@vanbc.wimsey.com (Mark C. Henderson) writes:
>In article <212hdt$...
@foucault.eecs.berkeley.edu (Joe Buck) writes:
@fermi.clas.Virginia.EDU (Greg Hennessy) writes:
>>>If writing code such as
>>> call gpl_function();
>>>is subject to the GNU copyright terms, isn't this the same argument
>>>that USL is using to claim that the Net-2 distribution is a derived
>>It's not clear to me that this is what RMS is claiming.
from private mail to RMS, it sure seems to be his claim! Maybe not
in this over-simplified form, but if you called a bunch of
specific functions in a specific way - yes.
i would like to see rms himself answer this one!
It seems the FSF believes that providing a patch to GPL code, a patch
that was derived independently of GNU code, must be covered by
the GPL license. If I sold such a patch, FSF claims that what I have
done is really sell GPL software, splitted into various files, in order
to sabotage the GPL! Again, this is what I understood from RMS in
private mail (I don't want to say he said it - I'll be happy to hear
a denial) I also understood the FSF got a legal opinion to claim this
and intend to sue in such a case if needed.
I find this claim ridicules. People have been selling "patches" and
"add-ons" to COMMERCIAL PROGRAMS for years, and recent supreme court
decision seems to indicate that a hardware patch is legal (and I think
a software patch would be just as legal, and so do the lawyers I
talked to. i am referring to the nintendo case. Of course, the FSF and
thier lawyer seems to think that this hardware patch is somehow different.
Hence if I made a hardware device to type on your keyboard to patch GPL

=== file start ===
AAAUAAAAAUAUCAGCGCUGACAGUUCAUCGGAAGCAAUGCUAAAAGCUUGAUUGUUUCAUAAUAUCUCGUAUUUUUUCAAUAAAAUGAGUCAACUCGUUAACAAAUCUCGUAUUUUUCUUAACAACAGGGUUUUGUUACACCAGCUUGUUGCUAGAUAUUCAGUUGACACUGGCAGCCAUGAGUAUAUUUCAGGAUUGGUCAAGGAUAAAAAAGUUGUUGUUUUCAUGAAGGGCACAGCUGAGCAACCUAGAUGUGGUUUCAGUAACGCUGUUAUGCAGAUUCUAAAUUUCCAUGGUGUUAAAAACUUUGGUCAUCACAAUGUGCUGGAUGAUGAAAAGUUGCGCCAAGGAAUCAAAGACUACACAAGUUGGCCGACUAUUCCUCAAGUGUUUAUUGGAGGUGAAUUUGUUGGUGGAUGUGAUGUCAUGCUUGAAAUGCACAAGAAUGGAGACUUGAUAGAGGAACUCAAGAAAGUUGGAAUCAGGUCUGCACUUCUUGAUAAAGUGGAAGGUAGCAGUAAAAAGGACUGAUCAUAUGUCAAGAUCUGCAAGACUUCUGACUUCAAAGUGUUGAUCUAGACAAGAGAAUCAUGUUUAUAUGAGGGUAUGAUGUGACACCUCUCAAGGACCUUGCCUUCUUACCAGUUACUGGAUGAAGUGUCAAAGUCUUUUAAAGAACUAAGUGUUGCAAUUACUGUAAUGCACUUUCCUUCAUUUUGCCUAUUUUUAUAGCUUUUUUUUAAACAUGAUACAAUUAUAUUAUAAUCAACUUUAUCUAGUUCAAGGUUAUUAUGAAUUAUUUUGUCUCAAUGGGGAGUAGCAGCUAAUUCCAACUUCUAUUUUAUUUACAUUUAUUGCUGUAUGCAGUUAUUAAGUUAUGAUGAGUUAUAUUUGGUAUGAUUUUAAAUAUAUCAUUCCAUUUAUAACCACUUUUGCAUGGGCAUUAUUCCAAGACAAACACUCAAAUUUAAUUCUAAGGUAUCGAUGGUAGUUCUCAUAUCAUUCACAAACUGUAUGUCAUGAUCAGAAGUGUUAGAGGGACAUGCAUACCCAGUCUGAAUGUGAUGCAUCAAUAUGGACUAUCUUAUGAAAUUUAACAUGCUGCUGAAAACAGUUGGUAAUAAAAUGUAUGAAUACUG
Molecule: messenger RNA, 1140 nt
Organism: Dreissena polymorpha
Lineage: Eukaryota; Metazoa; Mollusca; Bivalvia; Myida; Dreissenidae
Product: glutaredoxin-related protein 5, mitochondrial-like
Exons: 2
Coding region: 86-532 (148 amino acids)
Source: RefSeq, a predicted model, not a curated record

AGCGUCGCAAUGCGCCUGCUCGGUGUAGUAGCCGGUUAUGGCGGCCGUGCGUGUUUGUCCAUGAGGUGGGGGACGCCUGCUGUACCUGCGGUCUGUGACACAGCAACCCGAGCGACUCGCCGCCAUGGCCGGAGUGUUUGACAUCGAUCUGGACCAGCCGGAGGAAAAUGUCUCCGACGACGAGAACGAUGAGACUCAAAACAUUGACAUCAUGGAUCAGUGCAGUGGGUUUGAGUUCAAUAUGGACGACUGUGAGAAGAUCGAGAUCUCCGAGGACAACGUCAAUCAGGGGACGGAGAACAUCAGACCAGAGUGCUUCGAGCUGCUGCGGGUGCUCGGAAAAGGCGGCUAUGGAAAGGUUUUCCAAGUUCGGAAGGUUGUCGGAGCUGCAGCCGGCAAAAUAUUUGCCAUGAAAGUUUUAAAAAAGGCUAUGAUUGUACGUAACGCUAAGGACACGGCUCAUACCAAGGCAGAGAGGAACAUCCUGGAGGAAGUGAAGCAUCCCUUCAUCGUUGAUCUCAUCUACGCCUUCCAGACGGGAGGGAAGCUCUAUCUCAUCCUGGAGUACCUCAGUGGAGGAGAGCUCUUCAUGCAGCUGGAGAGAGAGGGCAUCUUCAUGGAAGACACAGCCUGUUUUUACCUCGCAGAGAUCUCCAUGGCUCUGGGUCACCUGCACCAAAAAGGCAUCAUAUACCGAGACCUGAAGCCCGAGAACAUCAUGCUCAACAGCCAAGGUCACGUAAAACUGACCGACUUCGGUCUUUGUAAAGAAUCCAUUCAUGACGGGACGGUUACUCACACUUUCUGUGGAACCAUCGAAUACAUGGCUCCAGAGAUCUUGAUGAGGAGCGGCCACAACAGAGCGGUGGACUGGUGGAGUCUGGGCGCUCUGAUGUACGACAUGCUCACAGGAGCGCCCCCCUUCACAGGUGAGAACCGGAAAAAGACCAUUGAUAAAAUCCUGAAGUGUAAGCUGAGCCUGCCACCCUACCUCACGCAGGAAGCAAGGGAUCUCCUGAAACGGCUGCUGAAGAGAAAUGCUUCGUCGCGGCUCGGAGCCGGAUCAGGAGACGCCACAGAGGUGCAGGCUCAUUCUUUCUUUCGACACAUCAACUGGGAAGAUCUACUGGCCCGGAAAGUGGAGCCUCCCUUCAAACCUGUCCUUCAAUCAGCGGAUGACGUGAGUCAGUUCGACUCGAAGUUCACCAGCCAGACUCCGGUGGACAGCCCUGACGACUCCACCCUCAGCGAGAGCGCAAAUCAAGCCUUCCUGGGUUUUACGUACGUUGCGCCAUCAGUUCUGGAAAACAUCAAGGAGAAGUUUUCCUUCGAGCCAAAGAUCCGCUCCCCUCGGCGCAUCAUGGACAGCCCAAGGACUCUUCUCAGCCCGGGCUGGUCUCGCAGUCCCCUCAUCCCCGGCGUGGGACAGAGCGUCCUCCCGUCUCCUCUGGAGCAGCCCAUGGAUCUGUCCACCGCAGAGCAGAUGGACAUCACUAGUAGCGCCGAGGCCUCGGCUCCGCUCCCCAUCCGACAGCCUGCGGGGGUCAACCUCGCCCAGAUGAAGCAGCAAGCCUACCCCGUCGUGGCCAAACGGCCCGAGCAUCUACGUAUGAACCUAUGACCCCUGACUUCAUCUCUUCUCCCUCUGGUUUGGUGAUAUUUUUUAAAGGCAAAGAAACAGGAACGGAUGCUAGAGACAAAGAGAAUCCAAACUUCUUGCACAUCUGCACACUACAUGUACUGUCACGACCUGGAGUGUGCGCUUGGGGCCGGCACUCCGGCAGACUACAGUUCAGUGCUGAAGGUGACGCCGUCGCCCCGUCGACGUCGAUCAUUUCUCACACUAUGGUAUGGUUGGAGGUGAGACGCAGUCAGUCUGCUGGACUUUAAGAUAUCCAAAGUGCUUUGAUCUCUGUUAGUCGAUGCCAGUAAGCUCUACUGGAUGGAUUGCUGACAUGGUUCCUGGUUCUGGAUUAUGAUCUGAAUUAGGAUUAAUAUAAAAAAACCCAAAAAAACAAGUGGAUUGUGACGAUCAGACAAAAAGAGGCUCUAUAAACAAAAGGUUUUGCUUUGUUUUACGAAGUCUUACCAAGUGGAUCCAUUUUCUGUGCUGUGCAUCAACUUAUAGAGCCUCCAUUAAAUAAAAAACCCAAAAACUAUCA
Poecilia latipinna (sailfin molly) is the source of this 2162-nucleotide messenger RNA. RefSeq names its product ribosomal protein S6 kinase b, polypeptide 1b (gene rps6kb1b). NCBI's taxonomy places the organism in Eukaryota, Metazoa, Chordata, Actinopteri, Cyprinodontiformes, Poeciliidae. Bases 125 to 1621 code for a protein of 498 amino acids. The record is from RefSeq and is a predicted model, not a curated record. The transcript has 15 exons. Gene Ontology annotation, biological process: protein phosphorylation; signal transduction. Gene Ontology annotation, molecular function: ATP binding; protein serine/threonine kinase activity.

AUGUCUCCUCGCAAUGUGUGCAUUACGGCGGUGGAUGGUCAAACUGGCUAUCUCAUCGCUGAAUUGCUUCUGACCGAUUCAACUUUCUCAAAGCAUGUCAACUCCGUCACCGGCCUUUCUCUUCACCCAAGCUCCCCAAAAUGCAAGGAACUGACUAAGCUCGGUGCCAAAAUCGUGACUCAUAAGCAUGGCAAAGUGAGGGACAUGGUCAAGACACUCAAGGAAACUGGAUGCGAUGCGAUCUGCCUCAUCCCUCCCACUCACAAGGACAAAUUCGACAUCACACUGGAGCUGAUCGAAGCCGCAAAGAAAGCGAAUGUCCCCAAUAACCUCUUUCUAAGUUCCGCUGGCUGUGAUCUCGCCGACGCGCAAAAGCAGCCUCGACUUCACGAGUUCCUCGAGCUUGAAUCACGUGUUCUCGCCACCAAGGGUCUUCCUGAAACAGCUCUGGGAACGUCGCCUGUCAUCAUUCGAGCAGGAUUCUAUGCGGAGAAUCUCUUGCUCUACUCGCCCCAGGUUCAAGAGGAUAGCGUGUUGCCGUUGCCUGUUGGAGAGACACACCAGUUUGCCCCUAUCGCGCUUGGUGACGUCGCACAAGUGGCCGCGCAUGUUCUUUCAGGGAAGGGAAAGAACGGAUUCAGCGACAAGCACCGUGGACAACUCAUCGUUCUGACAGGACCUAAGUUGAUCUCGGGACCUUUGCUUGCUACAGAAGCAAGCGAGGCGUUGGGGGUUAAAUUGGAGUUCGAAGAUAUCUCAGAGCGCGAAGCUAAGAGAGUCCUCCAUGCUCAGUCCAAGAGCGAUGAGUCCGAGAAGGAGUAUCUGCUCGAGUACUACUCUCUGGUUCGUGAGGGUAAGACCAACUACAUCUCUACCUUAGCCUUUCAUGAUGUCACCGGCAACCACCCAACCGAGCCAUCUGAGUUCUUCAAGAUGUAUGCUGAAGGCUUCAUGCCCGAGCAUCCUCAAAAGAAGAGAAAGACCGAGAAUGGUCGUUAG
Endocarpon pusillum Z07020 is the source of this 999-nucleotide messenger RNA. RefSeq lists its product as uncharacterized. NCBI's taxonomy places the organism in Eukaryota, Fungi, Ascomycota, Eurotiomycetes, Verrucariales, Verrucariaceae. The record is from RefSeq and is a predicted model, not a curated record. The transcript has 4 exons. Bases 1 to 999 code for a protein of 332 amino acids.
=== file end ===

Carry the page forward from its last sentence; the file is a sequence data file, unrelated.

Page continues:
code it might be ok, but not if I provided a software path :-)
In the case of Nintendo, the judges said Nintendo copyrights can not be
violated because people must still buy the game! I believe the same is
true for commerical software, and also to GNU software (it's the FSF "fault"
for "selling" GPL code for zero.)
People have been discussing theoretical cases for a while here ... why
don't you try a practical example. Duel. Duel is an add-on that is currently
useful only when linked to gdb. I wrote Duel and released its code
to the public domain, so the independent code could be used with other
debuggers [the gdb related code is about 10% in a single source file]
According to me, I am not violating the GPL, and if I wanted to sell Duel's
code, I could. According to the FSF, I a not violating the GPL only becuase
I am covered by it (my code is freely available) and I couldn't sell it.
Since Duel is PD, anyone of you out there can take it, modify it a tiny
bit, and re-release it as commercial product. As the author of the original
code, I encourage you to do so! (I believe in the free market. Either your
code is so good it is worth paying for, or people will just get the PD
version and use that. I am not afraid of you making a little money of my
work. I released my code to the public to help the public. If the public
purchase your code based on my, the public is being helped!)
So here is the deal: take Duel, add some code, make it ftp-able but
add a note: this code costs money. You should send me $10 if you use it.
Non-binding, but still, a commerical offering. If you are in a large
institution, you can even make the $10 payable to the institution. Many
academic institution would support such a commerical effort if they get
the money. And the legal responsibility is theirs. Then,
we can see if RMS actually sues the institute for copyright violation
or not. I would very much would like him to, for it will prove, at least
partially, if the GPL is indeed legally binding or a good fairytale.
ps. You can get duel and details about it from ftp.cs.princeton.edu:/duel
Why haven't *I* released it commercially to test this? because I had
an interest in a public domain Duel, not a crusade againt the GPL.
Michael Golan | Duel, an addon to gdb, allows "x[..100] >? 0" to
m...@cs.princeton.edu | show the positive elements of x in the debugger.
| annon ftp ftp.cs.princeton.edu:/duel or send me mail!